My wife had been a Legal resident Alien in the United States of America for 16 years. Before that she had overstayed her visitors visa and became an illegal alien for which she had to return to her home country. The term illegal alien never offended her as she broke the law and we both paid the price for that.

Now I am a legal resident alien in her country. If I screw up I would be an illegal alien which does not offend me as that is exactly what I would be.

Oh the humanity that someone should be offended by words.
Gamekeeper
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April 26, 2012
I was directed to this nonsense blog from a pal here in Arizona. We see this sort of feebleness a lot here. This guys' goal is to get you to eventually regard the illegal aliens as victims and then as fellow citizens - right up until the time they completely trash your state and take over like they did California and tried to do here. (BTW - they don't like African Americans so much. Ask any black man in South Central LA)



I hear you now have more illegal aliens than we do. Good luck with that.

This Foley person needs to come sit on the border and watch the illegals come in every night. The effort to make you think it has stopped is crazy wrong and a giant lie from Obama AND the GOP who both think you are too stupid to see the truth.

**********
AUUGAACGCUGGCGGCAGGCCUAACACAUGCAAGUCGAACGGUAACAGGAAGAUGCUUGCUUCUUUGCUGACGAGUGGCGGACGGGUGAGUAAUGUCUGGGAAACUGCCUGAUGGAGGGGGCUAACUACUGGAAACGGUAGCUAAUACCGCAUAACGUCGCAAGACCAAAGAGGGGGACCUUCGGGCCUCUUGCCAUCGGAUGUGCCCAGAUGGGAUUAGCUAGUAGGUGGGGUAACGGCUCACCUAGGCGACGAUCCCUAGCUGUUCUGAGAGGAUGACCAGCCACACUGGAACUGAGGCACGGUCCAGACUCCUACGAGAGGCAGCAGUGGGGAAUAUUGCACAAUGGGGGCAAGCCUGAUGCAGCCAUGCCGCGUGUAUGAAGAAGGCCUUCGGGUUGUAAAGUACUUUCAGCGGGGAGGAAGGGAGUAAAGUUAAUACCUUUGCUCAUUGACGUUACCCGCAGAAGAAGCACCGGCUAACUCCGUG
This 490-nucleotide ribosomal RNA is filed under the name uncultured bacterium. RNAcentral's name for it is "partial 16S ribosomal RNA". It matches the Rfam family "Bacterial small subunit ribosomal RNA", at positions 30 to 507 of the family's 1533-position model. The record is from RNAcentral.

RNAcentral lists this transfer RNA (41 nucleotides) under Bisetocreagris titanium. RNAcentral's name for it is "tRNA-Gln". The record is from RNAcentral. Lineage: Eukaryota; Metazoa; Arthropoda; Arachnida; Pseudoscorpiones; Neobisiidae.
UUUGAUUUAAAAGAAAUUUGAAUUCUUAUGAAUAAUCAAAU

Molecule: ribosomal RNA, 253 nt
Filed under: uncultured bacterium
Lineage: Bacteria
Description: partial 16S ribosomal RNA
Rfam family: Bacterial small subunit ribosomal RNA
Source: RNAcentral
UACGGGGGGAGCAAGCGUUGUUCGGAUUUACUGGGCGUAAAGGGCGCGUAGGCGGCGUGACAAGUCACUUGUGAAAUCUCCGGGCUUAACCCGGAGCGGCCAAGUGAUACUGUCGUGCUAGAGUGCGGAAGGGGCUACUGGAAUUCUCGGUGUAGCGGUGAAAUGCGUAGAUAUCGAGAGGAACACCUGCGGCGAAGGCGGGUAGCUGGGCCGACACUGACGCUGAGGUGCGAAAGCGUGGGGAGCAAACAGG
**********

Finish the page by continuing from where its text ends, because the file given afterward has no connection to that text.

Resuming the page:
I read a reply to this guy by D.A. King who I met years ago when he was here on the border. It was perfect and spot on. King is a brave hero. Kevin Foley isn't.

Like Jusice Sotomayor said: your case isn't selling so well, is it Foley? Like we say: VIVA LA MIGRA!
Robert Johnson
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April 16, 2012
Oh Foley: I am grinning from ear to ear at the bog D.A. King did on this gem and the comments from readers it is getting.

Your arrogant dimness deserves more. Thanks for the smiles.
Dave Gorak
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April 13, 2012
Mr. Foley:

I spent 30 years as a Chicago print journalist, and I also know the power of words.

There is no "debate" about what to do about illegal aliens in this country. The late Barbara Jordan, who chaired President Clinton's immigration reform commission, said if our immigration policy is to have "credibility" then illegal aliens must be deported.

Suggesting that the term illegal alien is a "slur" begs the question of which descriptor should be used to describe the phrase "jobs Americans do" when the U.S. Bureau of Labor Statistics says 70 percent of those jobs already are being done by Americans. And which word should we use to describe our government's allowing 7 million illegals now working in construction, manufacturing, transportation and service to keep their jobs while 20 million Americans are unable to find full-time employment?